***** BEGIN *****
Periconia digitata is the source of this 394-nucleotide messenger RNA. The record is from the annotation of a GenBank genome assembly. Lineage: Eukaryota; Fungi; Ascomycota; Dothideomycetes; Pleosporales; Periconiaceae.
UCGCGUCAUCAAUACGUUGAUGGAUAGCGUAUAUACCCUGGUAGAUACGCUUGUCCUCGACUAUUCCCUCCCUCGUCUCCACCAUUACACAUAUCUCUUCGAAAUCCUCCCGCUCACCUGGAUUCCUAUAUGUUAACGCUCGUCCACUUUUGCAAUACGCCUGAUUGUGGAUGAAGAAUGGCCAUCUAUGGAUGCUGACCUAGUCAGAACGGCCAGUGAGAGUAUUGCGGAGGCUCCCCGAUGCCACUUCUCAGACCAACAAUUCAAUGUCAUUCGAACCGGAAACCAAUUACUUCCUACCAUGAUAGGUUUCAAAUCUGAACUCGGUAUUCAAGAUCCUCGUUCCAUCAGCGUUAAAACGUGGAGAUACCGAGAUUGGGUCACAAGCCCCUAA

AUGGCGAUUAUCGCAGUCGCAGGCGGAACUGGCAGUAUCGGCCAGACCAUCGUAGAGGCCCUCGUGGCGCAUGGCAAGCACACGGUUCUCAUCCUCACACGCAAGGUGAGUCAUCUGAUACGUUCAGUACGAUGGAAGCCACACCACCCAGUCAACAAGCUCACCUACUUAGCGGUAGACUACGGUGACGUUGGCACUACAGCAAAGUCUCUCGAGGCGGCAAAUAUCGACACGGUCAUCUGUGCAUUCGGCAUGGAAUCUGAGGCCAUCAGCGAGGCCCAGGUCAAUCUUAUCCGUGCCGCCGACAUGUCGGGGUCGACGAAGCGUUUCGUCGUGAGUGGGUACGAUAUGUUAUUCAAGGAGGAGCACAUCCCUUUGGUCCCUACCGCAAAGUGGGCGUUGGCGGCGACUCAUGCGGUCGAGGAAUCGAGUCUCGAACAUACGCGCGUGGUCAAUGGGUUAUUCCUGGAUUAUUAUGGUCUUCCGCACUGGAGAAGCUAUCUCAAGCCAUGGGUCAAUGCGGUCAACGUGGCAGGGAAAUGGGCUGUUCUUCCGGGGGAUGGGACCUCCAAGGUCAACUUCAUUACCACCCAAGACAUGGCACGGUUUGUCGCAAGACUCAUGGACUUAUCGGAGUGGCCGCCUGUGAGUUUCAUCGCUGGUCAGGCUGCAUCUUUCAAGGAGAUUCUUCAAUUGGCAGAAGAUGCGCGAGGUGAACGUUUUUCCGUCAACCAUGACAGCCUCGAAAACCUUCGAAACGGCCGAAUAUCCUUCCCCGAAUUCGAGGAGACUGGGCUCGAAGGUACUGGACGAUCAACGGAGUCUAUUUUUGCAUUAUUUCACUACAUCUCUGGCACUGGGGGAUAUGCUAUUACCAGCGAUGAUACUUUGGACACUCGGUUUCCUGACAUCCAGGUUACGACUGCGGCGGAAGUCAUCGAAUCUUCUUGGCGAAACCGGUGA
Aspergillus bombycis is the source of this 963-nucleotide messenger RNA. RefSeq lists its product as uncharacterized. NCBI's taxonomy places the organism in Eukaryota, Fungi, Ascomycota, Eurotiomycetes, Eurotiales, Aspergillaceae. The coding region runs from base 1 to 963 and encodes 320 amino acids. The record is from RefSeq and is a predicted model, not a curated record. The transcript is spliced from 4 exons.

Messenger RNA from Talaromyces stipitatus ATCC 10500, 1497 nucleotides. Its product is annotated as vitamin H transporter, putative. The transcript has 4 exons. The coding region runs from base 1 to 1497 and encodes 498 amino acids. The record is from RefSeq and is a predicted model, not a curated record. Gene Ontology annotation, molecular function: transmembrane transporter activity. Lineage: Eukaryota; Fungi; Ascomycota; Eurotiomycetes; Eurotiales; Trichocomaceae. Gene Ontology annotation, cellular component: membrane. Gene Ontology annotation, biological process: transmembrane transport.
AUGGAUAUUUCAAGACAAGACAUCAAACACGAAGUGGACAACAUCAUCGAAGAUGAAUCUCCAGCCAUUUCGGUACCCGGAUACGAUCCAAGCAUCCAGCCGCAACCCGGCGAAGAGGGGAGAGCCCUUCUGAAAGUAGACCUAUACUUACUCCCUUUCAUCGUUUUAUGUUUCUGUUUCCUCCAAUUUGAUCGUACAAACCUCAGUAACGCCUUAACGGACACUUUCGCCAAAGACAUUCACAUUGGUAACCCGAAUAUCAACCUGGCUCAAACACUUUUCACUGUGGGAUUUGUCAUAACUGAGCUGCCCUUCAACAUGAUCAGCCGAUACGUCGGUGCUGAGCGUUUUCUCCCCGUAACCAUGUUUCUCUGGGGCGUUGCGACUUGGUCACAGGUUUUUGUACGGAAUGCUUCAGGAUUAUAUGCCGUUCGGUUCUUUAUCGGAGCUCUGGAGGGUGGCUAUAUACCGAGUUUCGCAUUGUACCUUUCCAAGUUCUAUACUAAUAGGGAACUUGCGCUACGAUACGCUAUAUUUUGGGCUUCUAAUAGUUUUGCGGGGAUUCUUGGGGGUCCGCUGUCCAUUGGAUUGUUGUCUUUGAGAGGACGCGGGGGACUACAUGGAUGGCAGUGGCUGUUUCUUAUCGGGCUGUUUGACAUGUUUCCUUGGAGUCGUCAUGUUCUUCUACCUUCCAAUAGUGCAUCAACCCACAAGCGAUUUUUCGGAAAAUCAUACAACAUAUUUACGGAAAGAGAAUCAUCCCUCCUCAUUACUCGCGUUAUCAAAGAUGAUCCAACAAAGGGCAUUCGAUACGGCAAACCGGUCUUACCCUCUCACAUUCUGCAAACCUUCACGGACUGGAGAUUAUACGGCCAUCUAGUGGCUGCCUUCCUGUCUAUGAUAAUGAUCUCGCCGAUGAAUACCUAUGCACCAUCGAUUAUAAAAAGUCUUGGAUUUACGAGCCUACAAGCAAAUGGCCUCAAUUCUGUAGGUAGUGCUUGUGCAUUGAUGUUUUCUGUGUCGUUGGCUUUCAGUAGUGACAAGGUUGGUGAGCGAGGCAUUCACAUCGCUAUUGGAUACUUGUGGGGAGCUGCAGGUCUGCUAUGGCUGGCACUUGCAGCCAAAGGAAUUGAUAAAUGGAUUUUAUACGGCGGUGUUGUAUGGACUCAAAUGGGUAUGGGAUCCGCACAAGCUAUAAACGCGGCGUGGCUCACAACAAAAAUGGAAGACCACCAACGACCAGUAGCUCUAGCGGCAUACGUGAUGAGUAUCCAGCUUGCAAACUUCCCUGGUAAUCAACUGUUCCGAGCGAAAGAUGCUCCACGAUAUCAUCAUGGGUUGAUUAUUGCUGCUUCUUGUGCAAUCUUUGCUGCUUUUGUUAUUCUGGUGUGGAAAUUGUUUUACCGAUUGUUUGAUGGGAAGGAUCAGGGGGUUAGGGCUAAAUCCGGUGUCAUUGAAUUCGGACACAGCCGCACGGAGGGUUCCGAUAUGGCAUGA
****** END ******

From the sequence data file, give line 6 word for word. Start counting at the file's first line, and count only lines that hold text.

AUGGAUAUUUCAAGACAAGACAUCAAACACGAAGUGGACAACAUCAUCGAAGAUGAAUCUCCAGCCAUUUCGGUACCCGGAUACGAUCCAAGCAUCCAGCCGCAACCCGGCGAAGAGGGGAGAGCCCUUCUGAAAGUAGACCUAUACUUACUCCCUUUCAUCGUUUUAUGUUUCUGUUUCCUCCAAUUUGAUCGUACAAACCUCAGUAACGCCUUAACGGACACUUUCGCCAAAGACAUUCACAUUGGUAACCCGAAUAUCAACCUGGCUCAAACACUUUUCACUGUGGGAUUUGUCAUAACUGAGCUGCCCUUCAACAUGAUCAGCCGAUACGUCGGUGCUGAGCGUUUUCUCCCCGUAACCAUGUUUCUCUGGGGCGUUGCGACUUGGUCACAGGUUUUUGUACGGAAUGCUUCAGGAUUAUAUGCCGUUCGGUUCUUUAUCGGAGCUCUGGAGGGUGGCUAUAUACCGAGUUUCGCAUUGUACCUUUCCAAGUUCUAUACUAAUAGGGAACUUGCGCUACGAUACGCUAUAUUUUGGGCUUCUAAUAGUUUUGCGGGGAUUCUUGGGGGUCCGCUGUCCAUUGGAUUGUUGUCUUUGAGAGGACGCGGGGGACUACAUGGAUGGCAGUGGCUGUUUCUUAUCGGGCUGUUUGACAUGUUUCCUUGGAGUCGUCAUGUUCUUCUACCUUCCAAUAGUGCAUCAACCCACAAGCGAUUUUUCGGAAAAUCAUACAACAUAUUUACGGAAAGAGAAUCAUCCCUCCUCAUUACUCGCGUUAUCAAAGAUGAUCCAACAAAGGGCAUUCGAUACGGCAAACCGGUCUUACCCUCUCACAUUCUGCAAACCUUCACGGACUGGAGAUUAUACGGCCAUCUAGUGGCUGCCUUCCUGUCUAUGAUAAUGAUCUCGCCGAUGAAUACCUAUGCACCAUCGAUUAUAAAAAGUCUUGGAUUUACGAGCCUACAAGCAAAUGGCCUCAAUUCUGUAGGUAGUGCUUGUGCAUUGAUGUUUUCUGUGUCGUUGGCUUUCAGUAGUGACAAGGUUGGUGAGCGAGGCAUUCACAUCGCUAUUGGAUACUUGUGGGGAGCUGCAGGUCUGCUAUGGCUGGCACUUGCAGCCAAAGGAAUUGAUAAAUGGAUUUUAUACGGCGGUGUUGUAUGGACUCAAAUGGGUAUGGGAUCCGCACAAGCUAUAAACGCGGCGUGGCUCACAACAAAAAUGGAAGACCACCAACGACCAGUAGCUCUAGCGGCAUACGUGAUGAGUAUCCAGCUUGCAAACUUCCCUGGUAAUCAACUGUUCCGAGCGAAAGAUGCUCCACGAUAUCAUCAUGGGUUGAUUAUUGCUGCUUCUUGUGCAAUCUUUGCUGCUUUUGUUAUUCUGGUGUGGAAAUUGUUUUACCGAUUGUUUGAUGGGAAGGAUCAGGGGGUUAGGGCUAAAUCCGGUGUCAUUGAAUUCGGACACAGCCGCACGGAGGGUUCCGAUAUGGCAUGA